Inasal na manok (grilled chicken, Bacolod style)

When Speedy asked me once if I knew how to make inasal na manok, I said yes without a second thought. In fact, I was rather surprised because the implication was that inasal na manok is something complicated or that the recipe is a tightly guarded secret. Literally, inasal na manok means roasted chicken, inasal being derived from the Spanish word asar which means “to roast.”

In contemporary Filipino cooking, however, inasal na manok has become synonymous with grilled chicken as it has become popular in Bacolod City, capital of Negros Occidental. While there is no single and definitive recipe for inasal na manok, what seems to set it apart from other grilled chicken dishes is the lack of anything sweet in the marinade. Even the dipping sauce — a mixture of vinegar, shallots, garlic, ginger and chilis — is sour.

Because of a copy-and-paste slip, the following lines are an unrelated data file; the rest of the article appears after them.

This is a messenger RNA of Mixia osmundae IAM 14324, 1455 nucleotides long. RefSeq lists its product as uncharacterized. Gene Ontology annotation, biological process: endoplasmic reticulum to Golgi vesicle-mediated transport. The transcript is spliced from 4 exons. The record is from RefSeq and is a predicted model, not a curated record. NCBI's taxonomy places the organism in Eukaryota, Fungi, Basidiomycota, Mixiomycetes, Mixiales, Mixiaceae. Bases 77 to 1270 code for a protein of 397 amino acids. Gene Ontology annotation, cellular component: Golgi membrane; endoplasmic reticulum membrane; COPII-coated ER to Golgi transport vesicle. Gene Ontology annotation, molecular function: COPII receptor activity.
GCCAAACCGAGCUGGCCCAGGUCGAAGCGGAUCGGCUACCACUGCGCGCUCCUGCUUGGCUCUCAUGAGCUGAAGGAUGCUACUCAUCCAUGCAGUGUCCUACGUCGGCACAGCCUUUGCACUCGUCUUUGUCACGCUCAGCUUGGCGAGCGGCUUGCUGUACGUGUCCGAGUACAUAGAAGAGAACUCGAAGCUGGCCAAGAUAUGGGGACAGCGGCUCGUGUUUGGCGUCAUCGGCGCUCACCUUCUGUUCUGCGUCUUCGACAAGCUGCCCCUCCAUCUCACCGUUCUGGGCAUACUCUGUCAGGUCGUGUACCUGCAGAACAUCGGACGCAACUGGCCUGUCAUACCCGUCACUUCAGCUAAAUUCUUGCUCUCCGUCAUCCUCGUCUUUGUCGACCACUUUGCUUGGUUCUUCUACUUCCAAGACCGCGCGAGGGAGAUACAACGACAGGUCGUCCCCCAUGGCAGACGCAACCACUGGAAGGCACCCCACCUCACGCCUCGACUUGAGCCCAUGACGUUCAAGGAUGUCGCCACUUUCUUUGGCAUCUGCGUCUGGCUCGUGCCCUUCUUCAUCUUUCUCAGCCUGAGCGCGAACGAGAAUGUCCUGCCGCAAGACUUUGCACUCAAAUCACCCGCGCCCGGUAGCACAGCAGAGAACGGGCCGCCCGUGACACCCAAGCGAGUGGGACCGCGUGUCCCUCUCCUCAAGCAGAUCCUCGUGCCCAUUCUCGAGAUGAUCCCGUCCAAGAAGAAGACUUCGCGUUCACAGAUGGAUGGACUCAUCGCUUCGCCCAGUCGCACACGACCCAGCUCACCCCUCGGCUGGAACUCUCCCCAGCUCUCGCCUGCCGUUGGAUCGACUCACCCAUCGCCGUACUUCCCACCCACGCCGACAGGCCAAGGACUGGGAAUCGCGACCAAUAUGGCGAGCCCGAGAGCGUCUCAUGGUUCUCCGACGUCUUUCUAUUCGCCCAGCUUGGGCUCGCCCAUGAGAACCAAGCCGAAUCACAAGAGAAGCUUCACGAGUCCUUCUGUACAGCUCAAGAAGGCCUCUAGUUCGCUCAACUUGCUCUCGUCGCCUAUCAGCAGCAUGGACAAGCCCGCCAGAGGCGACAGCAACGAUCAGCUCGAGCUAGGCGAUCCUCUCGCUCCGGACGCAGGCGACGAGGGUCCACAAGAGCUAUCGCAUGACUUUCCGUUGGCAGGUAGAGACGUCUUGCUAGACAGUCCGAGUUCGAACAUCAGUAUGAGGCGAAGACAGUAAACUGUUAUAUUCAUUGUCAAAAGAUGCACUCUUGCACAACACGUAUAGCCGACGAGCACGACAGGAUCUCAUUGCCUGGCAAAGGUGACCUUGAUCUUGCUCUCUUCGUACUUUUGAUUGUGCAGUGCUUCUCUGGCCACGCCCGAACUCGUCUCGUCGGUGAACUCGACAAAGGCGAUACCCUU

This is my version of inasal na manok.


  • 1 whole chicken, about 1.2 kg., cut in halves or quarters

    For the marinade:

    1/4 c. of white vinegar (I used Silver Swan)
    1 whole head of garlic, peeled
    2 thumb-sized pieces of ginger, peeled and cut into thin slices
    1 pc. of turmeric (yellow ginger), peeled
    6 stalks of lemongrass (light colored portions of the stalks only)
    2 tbsps. of rock salt
    1/2 tsp. of annatto powder
    A LOT of freshly ground black pepper


  1. Peel off the fibrous outer layers of the lemongrass (see details). Lightly pound the remaining portions.

    With a mortar and pestle or a food processor, grind the garlic, ginger, turmeric, salt and lemongrass to a paste. Mix with the ground black pepper and annatto powder. Rub the mixture all over the chicken.

    Arrange the chicken pieces in a single layer in a container. Pour in the vinegar. Cover the container and allow the chicken to marinate for at least two hours. After an hour, flip them over to ensure even absorption of the flavors. Unless you use more vinegar than is actually needed, it isn’t true that the chicken will turn very sour if allowed to marinate for several hours. I marinated my chicken halves for four hours and they were fantastic.